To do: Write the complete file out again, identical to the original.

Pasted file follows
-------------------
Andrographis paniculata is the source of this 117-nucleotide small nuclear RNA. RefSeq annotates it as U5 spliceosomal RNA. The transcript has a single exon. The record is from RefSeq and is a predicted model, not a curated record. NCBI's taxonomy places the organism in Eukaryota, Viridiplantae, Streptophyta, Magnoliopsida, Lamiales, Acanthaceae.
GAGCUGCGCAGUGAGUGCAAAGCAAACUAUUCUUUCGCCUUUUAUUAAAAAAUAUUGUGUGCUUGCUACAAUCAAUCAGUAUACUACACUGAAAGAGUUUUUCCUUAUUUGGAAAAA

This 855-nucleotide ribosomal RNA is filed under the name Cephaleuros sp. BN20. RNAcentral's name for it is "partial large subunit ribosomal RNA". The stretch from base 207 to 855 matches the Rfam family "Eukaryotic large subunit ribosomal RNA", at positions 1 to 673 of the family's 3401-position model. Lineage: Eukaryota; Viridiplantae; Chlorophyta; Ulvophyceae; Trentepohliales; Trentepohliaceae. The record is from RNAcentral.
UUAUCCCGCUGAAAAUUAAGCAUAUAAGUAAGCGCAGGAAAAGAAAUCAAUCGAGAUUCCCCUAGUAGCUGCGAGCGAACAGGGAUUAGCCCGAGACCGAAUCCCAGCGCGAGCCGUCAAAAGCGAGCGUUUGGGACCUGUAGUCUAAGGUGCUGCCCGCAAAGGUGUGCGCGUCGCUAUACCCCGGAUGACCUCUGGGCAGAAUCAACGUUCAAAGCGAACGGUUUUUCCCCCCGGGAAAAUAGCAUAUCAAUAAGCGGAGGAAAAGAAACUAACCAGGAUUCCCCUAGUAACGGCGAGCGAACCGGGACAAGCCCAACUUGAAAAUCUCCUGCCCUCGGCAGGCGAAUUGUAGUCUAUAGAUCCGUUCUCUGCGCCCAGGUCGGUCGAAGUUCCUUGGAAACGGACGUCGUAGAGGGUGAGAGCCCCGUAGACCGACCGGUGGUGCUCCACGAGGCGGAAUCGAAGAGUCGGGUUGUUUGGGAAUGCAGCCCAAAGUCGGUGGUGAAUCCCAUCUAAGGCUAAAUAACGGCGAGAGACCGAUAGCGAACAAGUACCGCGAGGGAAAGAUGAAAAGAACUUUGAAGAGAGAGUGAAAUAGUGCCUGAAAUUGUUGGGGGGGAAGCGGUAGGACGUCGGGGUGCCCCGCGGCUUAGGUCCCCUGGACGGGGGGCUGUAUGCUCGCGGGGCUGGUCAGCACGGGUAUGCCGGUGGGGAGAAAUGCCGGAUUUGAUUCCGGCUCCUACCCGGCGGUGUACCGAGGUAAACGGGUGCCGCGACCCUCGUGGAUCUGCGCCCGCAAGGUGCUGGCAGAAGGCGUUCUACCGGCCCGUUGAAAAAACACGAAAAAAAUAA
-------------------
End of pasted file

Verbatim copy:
Andrographis paniculata is the source of this 117-nucleotide small nuclear RNA. RefSeq annotates it as U5 spliceosomal RNA. The transcript has a single exon. The record is from RefSeq and is a predicted model, not a curated record. NCBI's taxonomy places the organism in Eukaryota, Viridiplantae, Streptophyta, Magnoliopsida, Lamiales, Acanthaceae.
GAGCUGCGCAGUGAGUGCAAAGCAAACUAUUCUUUCGCCUUUUAUUAAAAAAUAUUGUGUGCUUGCUACAAUCAAUCAGUAUACUACACUGAAAGAGUUUUUCCUUAUUUGGAAAAA

This 855-nucleotide ribosomal RNA is filed under the name Cephaleuros sp. BN20. RNAcentral's name for it is "partial large subunit ribosomal RNA". The stretch from base 207 to 855 matches the Rfam family "Eukaryotic large subunit ribosomal RNA", at positions 1 to 673 of the family's 3401-position model. Lineage: Eukaryota; Viridiplantae; Chlorophyta; Ulvophyceae; Trentepohliales; Trentepohliaceae. The record is from RNAcentral.
UUAUCCCGCUGAAAAUUAAGCAUAUAAGUAAGCGCAGGAAAAGAAAUCAAUCGAGAUUCCCCUAGUAGCUGCGAGCGAACAGGGAUUAGCCCGAGACCGAAUCCCAGCGCGAGCCGUCAAAAGCGAGCGUUUGGGACCUGUAGUCUAAGGUGCUGCCCGCAAAGGUGUGCGCGUCGCUAUACCCCGGAUGACCUCUGGGCAGAAUCAACGUUCAAAGCGAACGGUUUUUCCCCCCGGGAAAAUAGCAUAUCAAUAAGCGGAGGAAAAGAAACUAACCAGGAUUCCCCUAGUAACGGCGAGCGAACCGGGACAAGCCCAACUUGAAAAUCUCCUGCCCUCGGCAGGCGAAUUGUAGUCUAUAGAUCCGUUCUCUGCGCCCAGGUCGGUCGAAGUUCCUUGGAAACGGACGUCGUAGAGGGUGAGAGCCCCGUAGACCGACCGGUGGUGCUCCACGAGGCGGAAUCGAAGAGUCGGGUUGUUUGGGAAUGCAGCCCAAAGUCGGUGGUGAAUCCCAUCUAAGGCUAAAUAACGGCGAGAGACCGAUAGCGAACAAGUACCGCGAGGGAAAGAUGAAAAGAACUUUGAAGAGAGAGUGAAAUAGUGCCUGAAAUUGUUGGGGGGGAAGCGGUAGGACGUCGGGGUGCCCCGCGGCUUAGGUCCCCUGGACGGGGGGCUGUAUGCUCGCGGGGCUGGUCAGCACGGGUAUGCCGGUGGGGAGAAAUGCCGGAUUUGAUUCCGGCUCCUACCCGGCGGUGUACCGAGGUAAACGGGUGCCGCGACCCUCGUGGAUCUGCGCCCGCAAGGUGCUGGCAGAAGGCGUUCUACCGGCCCGUUGAAAAAACACGAAAAAAAUAA